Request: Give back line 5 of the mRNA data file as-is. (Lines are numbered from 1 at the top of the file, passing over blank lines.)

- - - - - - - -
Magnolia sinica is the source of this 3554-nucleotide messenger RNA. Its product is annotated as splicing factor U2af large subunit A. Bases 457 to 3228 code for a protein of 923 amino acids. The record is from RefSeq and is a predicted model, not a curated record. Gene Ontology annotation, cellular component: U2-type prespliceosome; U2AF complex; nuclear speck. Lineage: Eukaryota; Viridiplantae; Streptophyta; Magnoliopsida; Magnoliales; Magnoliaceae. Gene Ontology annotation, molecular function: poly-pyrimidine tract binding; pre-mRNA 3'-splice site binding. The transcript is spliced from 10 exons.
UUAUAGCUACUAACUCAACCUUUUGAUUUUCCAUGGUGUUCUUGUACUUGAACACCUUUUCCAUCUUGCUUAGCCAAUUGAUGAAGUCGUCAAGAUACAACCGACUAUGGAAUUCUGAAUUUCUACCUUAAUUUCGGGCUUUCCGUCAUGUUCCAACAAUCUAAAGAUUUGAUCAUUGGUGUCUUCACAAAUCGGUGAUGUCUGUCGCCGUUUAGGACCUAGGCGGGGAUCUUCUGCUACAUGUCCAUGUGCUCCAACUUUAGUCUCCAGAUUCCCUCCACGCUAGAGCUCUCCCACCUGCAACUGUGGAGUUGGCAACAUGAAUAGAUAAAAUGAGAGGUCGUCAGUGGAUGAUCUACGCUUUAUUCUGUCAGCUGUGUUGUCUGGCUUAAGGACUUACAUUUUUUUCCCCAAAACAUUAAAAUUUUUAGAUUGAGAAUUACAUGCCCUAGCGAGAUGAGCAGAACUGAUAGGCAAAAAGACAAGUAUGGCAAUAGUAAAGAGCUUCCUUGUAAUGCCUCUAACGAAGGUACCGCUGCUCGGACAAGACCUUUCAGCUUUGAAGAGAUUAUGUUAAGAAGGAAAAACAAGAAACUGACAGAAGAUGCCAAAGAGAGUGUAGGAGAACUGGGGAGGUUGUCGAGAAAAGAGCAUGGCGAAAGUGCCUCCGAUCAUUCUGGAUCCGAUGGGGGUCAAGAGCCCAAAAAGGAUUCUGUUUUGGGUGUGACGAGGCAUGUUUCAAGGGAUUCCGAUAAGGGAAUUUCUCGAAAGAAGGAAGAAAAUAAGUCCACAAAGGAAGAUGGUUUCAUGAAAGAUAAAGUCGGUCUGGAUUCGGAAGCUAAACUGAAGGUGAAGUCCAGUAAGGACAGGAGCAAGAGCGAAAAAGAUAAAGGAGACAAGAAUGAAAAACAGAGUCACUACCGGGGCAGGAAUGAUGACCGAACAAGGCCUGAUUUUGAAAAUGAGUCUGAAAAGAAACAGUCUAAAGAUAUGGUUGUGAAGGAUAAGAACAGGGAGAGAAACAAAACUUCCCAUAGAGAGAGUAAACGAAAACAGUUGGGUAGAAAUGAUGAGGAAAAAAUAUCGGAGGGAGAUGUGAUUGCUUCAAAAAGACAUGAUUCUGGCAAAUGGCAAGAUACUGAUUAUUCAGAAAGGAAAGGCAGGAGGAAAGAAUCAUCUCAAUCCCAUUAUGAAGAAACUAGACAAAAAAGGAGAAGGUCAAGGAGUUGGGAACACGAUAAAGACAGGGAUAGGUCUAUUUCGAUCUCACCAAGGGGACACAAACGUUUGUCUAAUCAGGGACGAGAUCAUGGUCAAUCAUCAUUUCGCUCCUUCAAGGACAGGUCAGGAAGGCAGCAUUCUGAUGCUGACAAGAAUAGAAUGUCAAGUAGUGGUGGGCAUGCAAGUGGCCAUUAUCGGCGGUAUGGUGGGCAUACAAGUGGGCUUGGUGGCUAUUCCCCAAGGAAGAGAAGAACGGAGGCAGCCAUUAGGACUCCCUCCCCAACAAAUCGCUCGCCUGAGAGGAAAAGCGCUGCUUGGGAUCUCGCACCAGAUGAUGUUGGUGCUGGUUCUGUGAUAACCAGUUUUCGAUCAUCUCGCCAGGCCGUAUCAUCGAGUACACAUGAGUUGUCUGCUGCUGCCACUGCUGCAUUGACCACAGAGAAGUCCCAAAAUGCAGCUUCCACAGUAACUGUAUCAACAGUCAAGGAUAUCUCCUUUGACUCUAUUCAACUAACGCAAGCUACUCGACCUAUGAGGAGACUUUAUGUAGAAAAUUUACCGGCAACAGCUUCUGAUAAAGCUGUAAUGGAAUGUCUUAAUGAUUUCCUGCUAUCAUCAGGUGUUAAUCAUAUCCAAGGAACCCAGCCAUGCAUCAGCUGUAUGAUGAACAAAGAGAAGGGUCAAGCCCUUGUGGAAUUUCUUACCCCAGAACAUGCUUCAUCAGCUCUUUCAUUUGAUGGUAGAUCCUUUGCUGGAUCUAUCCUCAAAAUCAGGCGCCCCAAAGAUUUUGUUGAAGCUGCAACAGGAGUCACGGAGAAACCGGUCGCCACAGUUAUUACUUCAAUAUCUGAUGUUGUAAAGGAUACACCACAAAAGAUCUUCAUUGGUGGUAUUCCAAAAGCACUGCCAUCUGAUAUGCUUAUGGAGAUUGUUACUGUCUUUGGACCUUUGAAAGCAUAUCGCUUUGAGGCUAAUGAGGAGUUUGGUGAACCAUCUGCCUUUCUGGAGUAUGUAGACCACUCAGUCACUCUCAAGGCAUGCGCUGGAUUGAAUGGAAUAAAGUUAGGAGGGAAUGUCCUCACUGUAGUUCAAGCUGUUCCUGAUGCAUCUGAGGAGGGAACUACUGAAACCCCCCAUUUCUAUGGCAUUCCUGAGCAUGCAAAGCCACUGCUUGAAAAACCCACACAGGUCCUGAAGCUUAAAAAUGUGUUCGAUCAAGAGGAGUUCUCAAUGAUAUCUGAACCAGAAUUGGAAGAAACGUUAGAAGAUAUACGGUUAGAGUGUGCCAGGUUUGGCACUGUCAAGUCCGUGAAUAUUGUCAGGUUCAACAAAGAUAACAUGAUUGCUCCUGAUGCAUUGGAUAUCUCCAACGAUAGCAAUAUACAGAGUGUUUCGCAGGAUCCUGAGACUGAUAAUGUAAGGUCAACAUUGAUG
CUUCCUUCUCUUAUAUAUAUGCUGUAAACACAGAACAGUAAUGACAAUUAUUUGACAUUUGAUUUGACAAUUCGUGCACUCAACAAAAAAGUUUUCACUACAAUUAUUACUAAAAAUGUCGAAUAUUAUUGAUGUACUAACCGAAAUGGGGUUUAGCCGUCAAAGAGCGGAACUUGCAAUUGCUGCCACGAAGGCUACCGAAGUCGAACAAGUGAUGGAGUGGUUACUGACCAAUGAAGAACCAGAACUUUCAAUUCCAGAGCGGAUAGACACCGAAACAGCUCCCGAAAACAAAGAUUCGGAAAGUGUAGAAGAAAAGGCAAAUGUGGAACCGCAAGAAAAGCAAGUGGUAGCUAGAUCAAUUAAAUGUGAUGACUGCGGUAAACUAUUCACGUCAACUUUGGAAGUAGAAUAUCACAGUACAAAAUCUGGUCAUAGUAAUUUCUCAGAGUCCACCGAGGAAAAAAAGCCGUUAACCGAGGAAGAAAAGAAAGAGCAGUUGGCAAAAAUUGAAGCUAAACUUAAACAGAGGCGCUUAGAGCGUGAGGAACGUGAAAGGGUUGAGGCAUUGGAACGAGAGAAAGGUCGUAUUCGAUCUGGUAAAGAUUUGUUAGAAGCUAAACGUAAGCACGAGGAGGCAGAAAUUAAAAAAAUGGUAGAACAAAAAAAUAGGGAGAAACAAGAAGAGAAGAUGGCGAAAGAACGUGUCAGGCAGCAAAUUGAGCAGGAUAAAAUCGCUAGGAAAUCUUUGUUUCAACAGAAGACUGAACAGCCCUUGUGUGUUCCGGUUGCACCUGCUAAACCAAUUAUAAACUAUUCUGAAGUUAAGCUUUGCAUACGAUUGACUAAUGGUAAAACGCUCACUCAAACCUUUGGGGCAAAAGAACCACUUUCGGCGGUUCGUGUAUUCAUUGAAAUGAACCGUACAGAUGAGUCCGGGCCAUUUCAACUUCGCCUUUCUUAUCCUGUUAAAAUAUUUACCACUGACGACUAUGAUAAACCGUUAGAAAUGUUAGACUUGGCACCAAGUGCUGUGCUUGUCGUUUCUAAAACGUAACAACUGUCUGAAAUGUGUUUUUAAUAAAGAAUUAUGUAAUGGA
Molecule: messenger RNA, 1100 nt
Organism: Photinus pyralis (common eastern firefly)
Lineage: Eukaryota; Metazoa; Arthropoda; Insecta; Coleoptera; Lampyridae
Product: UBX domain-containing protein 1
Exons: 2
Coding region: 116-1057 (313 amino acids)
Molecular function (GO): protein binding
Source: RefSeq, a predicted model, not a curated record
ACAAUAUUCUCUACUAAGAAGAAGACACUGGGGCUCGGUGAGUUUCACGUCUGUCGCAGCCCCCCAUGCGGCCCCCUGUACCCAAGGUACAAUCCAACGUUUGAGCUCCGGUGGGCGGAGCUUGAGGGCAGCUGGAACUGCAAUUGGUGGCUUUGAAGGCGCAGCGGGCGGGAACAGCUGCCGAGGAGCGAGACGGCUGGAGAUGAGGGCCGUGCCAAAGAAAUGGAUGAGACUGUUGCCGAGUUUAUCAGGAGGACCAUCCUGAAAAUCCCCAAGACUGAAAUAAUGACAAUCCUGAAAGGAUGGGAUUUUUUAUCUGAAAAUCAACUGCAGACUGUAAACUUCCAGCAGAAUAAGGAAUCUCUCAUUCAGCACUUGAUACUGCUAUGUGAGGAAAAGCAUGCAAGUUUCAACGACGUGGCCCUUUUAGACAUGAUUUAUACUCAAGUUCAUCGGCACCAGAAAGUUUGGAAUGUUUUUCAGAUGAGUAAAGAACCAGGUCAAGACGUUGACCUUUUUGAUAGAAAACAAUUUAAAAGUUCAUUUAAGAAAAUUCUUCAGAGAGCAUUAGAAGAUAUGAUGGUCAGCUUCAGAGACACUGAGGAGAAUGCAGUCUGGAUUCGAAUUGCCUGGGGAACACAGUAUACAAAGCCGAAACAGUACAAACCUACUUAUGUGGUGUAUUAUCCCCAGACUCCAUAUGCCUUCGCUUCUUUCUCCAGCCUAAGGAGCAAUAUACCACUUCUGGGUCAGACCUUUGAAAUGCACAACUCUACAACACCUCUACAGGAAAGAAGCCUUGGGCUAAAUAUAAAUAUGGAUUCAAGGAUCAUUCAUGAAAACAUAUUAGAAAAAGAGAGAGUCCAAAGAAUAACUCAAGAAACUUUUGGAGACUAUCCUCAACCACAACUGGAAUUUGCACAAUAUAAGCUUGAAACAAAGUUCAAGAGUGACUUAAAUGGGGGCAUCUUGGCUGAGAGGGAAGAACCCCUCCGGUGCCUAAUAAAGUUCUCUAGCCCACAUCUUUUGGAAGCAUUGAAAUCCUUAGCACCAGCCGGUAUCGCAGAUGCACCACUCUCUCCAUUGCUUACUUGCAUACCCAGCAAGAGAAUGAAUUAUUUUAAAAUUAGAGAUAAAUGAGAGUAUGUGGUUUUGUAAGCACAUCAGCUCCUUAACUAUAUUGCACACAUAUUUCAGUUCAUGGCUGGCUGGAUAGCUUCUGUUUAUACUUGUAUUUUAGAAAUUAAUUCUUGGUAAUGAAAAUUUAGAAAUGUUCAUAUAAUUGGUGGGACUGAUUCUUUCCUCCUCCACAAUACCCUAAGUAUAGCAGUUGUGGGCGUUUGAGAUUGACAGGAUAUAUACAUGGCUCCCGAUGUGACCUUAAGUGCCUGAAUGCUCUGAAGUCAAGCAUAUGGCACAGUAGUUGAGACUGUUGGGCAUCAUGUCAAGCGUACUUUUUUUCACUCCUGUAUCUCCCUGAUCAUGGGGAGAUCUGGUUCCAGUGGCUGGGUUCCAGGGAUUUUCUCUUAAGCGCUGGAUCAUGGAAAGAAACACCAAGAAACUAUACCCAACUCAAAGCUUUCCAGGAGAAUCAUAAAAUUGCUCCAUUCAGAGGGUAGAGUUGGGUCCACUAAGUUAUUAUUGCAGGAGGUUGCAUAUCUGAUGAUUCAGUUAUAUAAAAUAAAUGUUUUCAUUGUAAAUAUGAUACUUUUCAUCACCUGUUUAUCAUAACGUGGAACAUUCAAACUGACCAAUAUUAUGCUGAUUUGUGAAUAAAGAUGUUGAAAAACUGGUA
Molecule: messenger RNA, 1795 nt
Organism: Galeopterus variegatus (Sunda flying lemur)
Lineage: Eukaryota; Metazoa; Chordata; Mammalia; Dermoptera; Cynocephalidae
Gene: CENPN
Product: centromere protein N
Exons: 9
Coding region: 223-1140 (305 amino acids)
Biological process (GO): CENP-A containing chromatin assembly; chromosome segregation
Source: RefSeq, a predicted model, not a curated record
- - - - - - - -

Organism: Photinus pyralis (common eastern firefly)